By Philip Barker
The British Olympic Association’s chief executive Andy Hunt threw open the doors of his organisationâ€™s new headquarters to the media for the first time yesterday. One year into his job and with the Vancouver Winter Olympics just months away, he signalled his determination to continue a revolution in British sport by offering a devastating appraisal of the BOA when he took over.
â€œThere were a lot of things which for me werenâ€™t quite right,” Hunt said. “Our relationships with our stakeholders were pretty much broken , I think we were unsure of who we are and what we do, we hadnâ€™t figured out where we fitted in the elite sporting landscape.
â€œMorale of staff had become quite low, even though we had fantastic success in Beijing.
“We had a horribly challenging financial position. It was a difficult time. We had to move quickly. We have resolved the financial challenges, going into 2010 our plan is very much about having a balanced budget and thatâ€™s definitely our approach. But it will be challenging in 2011 and 2012.
“We are highly constrained by the joint marketing plan we have with LOCOG and that will continue to be a burden to us.â€
The BOA’s new HQ in Charlotte Street is quite a contrast to its old Wandsworth home of nearly 30 years, where the visitor was greeted with oak panels bearing lists of illustrious officers past – seemingly all dukes and lords – and an array of interesting artefacts from past Olympics.
Those offices – sold in a property deal secured with the help of former next-door neighbour Mick Jagger which made an estimated Â£5 million for the BOA – had certain olde worlde charm, but also a maze of staircases and didnâ€™t quite fit the bill for a modern sports organisation. â€œI knew we had to get out of there within 30 seconds of arriving,” said Hunt.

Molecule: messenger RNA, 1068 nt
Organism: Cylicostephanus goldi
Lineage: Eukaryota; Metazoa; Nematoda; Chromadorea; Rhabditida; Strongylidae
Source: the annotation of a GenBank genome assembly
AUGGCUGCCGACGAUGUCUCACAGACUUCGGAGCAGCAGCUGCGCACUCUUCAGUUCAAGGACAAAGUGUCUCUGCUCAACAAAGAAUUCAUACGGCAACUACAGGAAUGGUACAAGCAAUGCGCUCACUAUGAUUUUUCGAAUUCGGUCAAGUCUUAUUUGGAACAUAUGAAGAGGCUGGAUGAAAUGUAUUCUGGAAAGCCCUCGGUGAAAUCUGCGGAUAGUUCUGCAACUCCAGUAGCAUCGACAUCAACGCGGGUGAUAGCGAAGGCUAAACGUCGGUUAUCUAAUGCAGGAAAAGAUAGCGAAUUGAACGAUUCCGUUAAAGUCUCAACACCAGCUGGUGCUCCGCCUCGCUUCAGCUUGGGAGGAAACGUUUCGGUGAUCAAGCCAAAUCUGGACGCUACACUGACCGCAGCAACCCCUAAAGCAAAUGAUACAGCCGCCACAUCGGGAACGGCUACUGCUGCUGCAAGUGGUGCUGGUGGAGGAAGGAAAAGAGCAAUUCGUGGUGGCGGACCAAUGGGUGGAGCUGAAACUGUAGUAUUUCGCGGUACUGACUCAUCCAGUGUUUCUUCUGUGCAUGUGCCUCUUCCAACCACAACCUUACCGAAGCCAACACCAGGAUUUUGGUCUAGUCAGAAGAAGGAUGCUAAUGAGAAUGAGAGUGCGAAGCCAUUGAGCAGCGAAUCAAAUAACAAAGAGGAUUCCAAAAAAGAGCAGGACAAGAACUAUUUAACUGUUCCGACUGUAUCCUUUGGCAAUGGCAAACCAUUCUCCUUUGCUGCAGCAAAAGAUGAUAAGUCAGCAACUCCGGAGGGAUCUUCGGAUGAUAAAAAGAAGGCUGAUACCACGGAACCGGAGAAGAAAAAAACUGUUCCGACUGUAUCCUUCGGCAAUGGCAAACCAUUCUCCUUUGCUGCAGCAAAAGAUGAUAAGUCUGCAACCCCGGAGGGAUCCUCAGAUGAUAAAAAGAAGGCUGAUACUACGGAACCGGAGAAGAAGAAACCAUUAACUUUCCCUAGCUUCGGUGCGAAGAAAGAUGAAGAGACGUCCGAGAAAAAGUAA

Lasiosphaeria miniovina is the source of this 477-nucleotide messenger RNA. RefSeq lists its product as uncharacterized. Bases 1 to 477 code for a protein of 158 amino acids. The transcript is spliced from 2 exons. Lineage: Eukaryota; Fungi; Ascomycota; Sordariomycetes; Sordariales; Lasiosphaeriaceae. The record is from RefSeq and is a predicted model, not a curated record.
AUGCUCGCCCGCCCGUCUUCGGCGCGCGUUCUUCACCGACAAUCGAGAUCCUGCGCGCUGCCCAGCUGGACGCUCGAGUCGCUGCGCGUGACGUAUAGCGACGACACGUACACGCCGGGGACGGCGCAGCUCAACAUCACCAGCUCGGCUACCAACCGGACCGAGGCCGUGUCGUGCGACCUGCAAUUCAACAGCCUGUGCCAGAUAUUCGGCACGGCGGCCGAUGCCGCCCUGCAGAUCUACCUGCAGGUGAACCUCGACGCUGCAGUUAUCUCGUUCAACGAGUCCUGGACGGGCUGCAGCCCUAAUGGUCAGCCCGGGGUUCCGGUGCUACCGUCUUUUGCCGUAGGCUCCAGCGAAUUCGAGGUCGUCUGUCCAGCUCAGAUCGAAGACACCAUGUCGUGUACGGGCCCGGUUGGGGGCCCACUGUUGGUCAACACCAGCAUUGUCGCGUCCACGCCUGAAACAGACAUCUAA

â€œWe were fairly self-serving before. It was very important that we make this a very modern vibrant efficient organisation.â€
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At 60 Charlotte Street, it is all glass, Olympic torches, buzz words and little motivational epithets in an open plan office.
â€œBetter Never Stopsâ€ is the state of the art, management-speak motto. For the more traditionally minded, the Olympic motto Faster Higher Stronger is also there, though it would have been good to have seen the Olympic creed which was first coined in London more than a century ago given equal prominence.
But maybe “The most important thing in the Olympic Games is not so much to win but to have taken part, just as the important thing in life is not to have conquered but to have fought well” does not sit too well with today’s thrusting PR gurus.
The BOA has secured a three-year rent-free clause on the offices as part of what they claim is the lowest rental contract negotiated in the West End for 15 years – estimated at Â£500,000-a-year.
Hunt and the rest of the BOA’s team, Sir Clive Woodward and all, share the same computer terminals with the rest of the 48-strong staff in a clean-desk, open-plan operation.
It is almost unbelievably tidy, by managerial edict. You wonâ€™t find desks piled high with record books or tapes or other â€œresearchâ€ material. Uncluttered, but it does lack a certain warmth.
Staff must eat in a bespoke dining area which links the BOA with the British Paralympic Association, sharing headquarters for the first time, a move which makes a lot of sense.
As Chef de Mission, Hunt leads a Great Britain team for the first time in Vancouver next year. â€œVancouver is our immediate priority. Winter sports have 1.5 per cent of the funding of summer sports but results are very encouraging.â€
Hunt did not hide his disappointment at David Daviesâ€™ recommendations last week on television sport’s “Crown Jewels”, where amid the news that the Ashes should be free-to-air, buried in other news was the suggestion that Winter Olympics no longer merit guaranteed terrestrial coverage.
â€œWe were rather surprised,” Hunt said. “Winter sports get a pretty poor share of the deal right now not only in terms of funding and exposure to the British public. It is an area where weâ€™ll fight the case.â€
The inaugural Olympic Youth Games in Singapore also loom next summer. The BOA is talking to broadcasters about coverage and although the IOC is throwing the kitchen sink at the new baby, it may be more difficult to whip enthusiasm for a British audience.
â€œWe are working to try and find a good solution, but it is not going to get prime time coverage.
There are some interesting opportunities, particularly around new media. I think we will see an incremental level of interest simply because of the run up to 2012,â€ Hunt said.
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